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Shehadeh v. Jeffords

United States District Court, S.D. Illinois

October 20, 2014

JAMAL SHEHADEH, # S-10300, Plaintiff,
v.
C/O JEFFORDS, JOHN DOE CORRECTIONAL OFFICER, and JANE DOE CORRECTIONAL OFFICER, Defendants.

MEMORANDUM AND ORDER

NANCY J. ROSENSTENGEL, District Judge.

On September 25, 2014, Plaintiff filed this pro se civil rights action pursuant to 42 U.S.C. § 1983, while he was an inmate at the Centralia Correctional Center ("Centralia"). His claims arose from events that occurred while he was previously imprisoned at Shawnee Correctional Center ("Shawnee"). Specifically, he claims that he was beaten by correctional officers at Shawnee in retaliation for his successful challenge to a prison disciplinary charge. On October 3, 2014, soon after he filed the action, Plaintiff was released from prison (Docs. 5, 6).[1]

The Complaint

In lieu of a statement of claim, Plaintiff attaches and incorporates a prison grievance form dated September 11, 2014[2](Doc. 1, pp. 7-8). He states that on July 18, 2014, while he was in segregation, he asked Defendant Jeffords and the John Doe Officer to summon a mental health counselor for him. They refused to get any help for Plaintiff, despite his repeated demands over several hours. Plaintiff has a "documented mental health history" (Doc. 1, p. 7). Later, the two officers dragged Plaintiff by his shirt to a holding cell, where they dropped him on the floor and began to kick and beat him on his legs, abdomen, and back. While Plaintiff lay face-down, the John Doe Officer placed handcuffs on Plaintiff's wrists behind his back, then stepped on the cuffs to force them on as tightly as possible, cutting off Plaintiff's circulation. Defendant Jeffords stepped on the side of Plaintiff's face and head, placing his weight on Plaintiff while the other Defendant pulled Plaintiff's hands up and away from his body. They would not stop this torture until Plaintiff agreed to cease requesting mental health assistance. The officers then carried Plaintiff back to his cell, dropped him on the floor, and kicked him in the ribs and head before removing his cuffs. Plaintiff was bleeding and in severe pain. The other Unknown Defendant (the Jane Doe Correctional Officer) observed the beating from her station in the segregation control room, yet did nothing to intervene.

Plaintiff reported the incident in writing to the mental health supervisor. On July 21, 2014, he was released from segregation and his disciplinary ticket was expunged (Doc. 1, p. 8). Plaintiff asserts that the whole incident was an act of retaliation against him, engineered by several other officers who are not named as Defendants in this lawsuit (Swalls, Lanarter, Quigley, Robinson, Henderson, and Hamilton), in response to Plaintiff's successful challenge of a disciplinary report that had been the basis for his confinement in segregation (Doc. 1, p. 8). Assistant Warden Hilliard overturned that disciplinary action, but a week after he retired, the officers named above reinstated the charges and found Plaintiff guilty without any hearing. He was punished with two months in segregation and lost two months of good conduct credits.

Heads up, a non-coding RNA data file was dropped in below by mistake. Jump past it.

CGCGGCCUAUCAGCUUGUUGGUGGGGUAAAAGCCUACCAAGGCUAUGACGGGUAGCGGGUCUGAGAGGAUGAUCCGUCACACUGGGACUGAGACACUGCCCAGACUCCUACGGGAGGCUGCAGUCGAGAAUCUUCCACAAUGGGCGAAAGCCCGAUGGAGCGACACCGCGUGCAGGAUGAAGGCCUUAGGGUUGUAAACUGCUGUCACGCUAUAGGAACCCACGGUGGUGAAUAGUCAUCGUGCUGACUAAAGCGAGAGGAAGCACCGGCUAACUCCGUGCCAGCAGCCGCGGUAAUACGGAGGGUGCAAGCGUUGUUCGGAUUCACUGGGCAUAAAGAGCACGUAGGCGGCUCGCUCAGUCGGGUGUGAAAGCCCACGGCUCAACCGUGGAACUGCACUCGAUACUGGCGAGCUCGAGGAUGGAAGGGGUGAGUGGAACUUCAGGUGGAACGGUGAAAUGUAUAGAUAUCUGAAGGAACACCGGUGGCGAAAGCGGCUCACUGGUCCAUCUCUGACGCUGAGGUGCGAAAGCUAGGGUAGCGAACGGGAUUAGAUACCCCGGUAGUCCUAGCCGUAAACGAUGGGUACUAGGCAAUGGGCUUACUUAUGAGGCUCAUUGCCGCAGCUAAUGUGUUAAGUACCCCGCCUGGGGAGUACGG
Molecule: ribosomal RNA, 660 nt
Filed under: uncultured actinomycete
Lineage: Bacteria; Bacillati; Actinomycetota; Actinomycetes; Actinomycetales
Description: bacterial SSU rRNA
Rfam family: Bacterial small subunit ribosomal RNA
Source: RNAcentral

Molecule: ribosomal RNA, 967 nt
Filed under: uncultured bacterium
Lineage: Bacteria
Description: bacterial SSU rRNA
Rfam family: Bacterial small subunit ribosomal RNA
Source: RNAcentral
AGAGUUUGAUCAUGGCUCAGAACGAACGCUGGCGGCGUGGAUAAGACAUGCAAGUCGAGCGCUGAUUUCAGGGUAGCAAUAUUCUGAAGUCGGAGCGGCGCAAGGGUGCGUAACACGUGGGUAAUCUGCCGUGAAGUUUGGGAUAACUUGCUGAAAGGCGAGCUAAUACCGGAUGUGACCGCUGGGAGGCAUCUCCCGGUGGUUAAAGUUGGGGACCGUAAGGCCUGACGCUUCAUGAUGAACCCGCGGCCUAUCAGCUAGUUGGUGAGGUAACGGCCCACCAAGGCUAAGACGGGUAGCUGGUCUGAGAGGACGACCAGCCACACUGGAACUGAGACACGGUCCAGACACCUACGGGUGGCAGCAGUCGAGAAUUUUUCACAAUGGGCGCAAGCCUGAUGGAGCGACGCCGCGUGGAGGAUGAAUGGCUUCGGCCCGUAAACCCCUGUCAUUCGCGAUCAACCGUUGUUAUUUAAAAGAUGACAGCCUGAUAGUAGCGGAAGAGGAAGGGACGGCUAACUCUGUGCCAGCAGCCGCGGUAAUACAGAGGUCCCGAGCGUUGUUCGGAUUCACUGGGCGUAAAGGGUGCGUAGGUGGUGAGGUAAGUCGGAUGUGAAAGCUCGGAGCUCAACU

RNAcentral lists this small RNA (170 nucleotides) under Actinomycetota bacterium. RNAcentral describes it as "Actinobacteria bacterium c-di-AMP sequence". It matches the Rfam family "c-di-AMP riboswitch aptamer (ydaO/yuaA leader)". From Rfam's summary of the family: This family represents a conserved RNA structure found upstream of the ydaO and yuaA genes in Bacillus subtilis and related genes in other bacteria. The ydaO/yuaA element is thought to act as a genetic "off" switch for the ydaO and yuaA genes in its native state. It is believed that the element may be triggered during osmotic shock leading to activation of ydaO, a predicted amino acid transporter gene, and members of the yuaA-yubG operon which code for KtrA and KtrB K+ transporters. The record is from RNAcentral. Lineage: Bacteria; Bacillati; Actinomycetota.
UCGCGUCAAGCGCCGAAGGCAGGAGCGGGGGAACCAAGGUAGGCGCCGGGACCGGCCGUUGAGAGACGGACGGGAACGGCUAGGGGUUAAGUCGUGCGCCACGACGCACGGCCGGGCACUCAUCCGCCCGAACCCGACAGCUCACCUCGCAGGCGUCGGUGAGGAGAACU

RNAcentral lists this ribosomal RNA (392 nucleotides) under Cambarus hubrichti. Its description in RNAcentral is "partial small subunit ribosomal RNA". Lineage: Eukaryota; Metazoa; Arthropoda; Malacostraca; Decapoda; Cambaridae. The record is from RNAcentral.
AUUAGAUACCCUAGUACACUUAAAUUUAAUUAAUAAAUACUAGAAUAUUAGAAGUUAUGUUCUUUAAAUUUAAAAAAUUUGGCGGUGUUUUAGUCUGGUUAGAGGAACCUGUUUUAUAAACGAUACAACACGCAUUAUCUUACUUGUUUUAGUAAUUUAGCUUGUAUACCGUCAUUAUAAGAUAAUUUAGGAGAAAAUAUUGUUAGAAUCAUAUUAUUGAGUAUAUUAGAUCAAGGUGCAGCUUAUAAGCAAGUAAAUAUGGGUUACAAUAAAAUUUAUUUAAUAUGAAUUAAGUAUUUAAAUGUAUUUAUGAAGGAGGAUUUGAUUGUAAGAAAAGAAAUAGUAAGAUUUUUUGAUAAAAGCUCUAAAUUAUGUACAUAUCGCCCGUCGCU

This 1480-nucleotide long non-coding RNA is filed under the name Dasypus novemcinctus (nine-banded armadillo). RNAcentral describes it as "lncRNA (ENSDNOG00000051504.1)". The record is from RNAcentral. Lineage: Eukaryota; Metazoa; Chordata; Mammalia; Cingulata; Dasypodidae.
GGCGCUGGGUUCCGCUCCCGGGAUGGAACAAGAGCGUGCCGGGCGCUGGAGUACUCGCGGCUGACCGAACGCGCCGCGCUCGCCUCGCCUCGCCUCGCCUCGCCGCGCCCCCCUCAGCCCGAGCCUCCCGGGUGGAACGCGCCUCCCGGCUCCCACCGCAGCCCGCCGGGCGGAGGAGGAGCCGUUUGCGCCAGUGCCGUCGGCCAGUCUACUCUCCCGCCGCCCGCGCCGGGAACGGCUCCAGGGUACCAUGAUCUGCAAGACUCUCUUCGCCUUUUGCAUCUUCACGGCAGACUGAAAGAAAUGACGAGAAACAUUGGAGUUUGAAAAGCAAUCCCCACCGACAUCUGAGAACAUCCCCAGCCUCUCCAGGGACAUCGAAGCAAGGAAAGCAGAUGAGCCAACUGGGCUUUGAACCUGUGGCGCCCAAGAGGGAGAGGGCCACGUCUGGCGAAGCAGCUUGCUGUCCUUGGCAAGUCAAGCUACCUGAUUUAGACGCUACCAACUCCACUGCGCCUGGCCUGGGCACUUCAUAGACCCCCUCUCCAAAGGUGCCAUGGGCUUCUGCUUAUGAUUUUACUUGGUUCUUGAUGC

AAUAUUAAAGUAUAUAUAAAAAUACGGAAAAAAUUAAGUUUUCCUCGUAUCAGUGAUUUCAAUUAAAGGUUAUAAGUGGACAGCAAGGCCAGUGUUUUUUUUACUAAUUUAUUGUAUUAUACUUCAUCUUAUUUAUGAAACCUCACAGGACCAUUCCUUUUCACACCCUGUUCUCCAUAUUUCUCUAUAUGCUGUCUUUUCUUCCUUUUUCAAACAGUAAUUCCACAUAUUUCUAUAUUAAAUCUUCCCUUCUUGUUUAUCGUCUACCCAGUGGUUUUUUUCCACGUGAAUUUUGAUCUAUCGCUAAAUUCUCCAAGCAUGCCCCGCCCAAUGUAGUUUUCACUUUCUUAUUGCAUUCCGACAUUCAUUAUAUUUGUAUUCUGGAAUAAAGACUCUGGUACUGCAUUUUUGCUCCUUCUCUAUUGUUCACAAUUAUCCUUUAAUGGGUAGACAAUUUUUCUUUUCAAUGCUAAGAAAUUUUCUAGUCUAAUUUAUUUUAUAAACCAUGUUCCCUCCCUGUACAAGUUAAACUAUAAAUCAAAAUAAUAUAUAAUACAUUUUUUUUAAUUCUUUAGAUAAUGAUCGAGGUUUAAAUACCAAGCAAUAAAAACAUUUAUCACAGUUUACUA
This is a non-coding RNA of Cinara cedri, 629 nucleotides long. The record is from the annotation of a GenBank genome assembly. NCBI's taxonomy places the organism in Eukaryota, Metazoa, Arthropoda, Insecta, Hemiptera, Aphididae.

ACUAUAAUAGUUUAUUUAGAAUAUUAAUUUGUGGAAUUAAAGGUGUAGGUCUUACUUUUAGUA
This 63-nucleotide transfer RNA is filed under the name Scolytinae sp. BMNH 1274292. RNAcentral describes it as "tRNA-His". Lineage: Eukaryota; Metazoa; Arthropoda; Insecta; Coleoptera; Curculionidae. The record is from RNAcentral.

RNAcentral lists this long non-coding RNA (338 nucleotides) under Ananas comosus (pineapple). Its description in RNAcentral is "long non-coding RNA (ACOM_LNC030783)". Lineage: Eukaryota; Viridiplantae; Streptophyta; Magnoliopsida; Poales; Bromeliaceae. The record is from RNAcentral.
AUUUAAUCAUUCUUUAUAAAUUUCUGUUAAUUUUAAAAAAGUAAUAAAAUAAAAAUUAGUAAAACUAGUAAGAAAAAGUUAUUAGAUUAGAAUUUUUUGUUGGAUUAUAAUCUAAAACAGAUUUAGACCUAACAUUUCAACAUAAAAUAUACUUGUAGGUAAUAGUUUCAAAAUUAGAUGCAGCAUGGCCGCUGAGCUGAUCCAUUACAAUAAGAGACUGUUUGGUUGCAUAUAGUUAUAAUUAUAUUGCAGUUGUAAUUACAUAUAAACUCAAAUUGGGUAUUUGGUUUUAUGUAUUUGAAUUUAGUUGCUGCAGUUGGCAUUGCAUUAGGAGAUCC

Plaintiff requests a declaratory judgment and damages (Doc. 1, p. 6).

Merits Review Pursuant to 28 U.S.C. § 1915A

Under § 1915A, the Court is required to conduct a prompt threshold review of the complaint and to dismiss any claims that are frivolous, malicious, fail to state a claim on which relief may be granted, or seek monetary relief from an immune defendant.

Accepting Plaintiff's allegations as true, the Court finds that Plaintiff has articulated the following colorable federal causes of action, which shall receive further review:

Count 1: Eighth Amendment claim against Defendant Jeffords and the John Doe Correctional Officer Defendant for using excessive force against Plaintiff, and against the Jane Doe Correctional Officer Defendant for failing to intervene to stop the excessive use of force;
Count 2: Retaliation claim against Defendant Jeffords and the John Doe Correctional Officer Defendant, for assaulting and beating Plaintiff because he exercised his right to challenge the disciplinary action against him.

Count 1 - Excessive Force

The intentional use of excessive force by prison guards against an inmate without penological justification constitutes cruel and unusual punishment in violation of the Eighth Amendment and is actionable under § 1983. See Wilkins v. Gaddy, 559 U.S. 34 (2010); DeWalt v. Carter, 224 F.3d 607, 619 (7th Cir. 2000). An inmate must show that an assault occurred and that "it was carried out maliciously and sadistically' rather than as part of a good-faith effort to maintain or restore discipline.'" Wilkins, 559 U.S. at 40 (citing Hudson v. McMillian, 503 U.S. 1, 6 (1992)). The complaint has adequately pled these factors.

In addition, an officer who witnesses the improper use of force against a prisoner can be found equally liable under the Eighth Amendment. Byrd v. Brishke, 466 F.2d 6, 11 (7th Cir. 1972) ("one who is given the badge of authority... may not ignore the duty imposed by his office and fail to stop other officers who summarily punish a third person in his presence or otherwise within his knowledge"); see also Lanigan v. Vill. of E. Hazel Crest, 110 F.3d 467, 477 (7th Cir. 1997); Yang v. Hardin, 37 F.3d 282, 285 (7th Cir. 1994) (collected cases); Archie v. City of Racine, 826 F.2d 480, 491 ...


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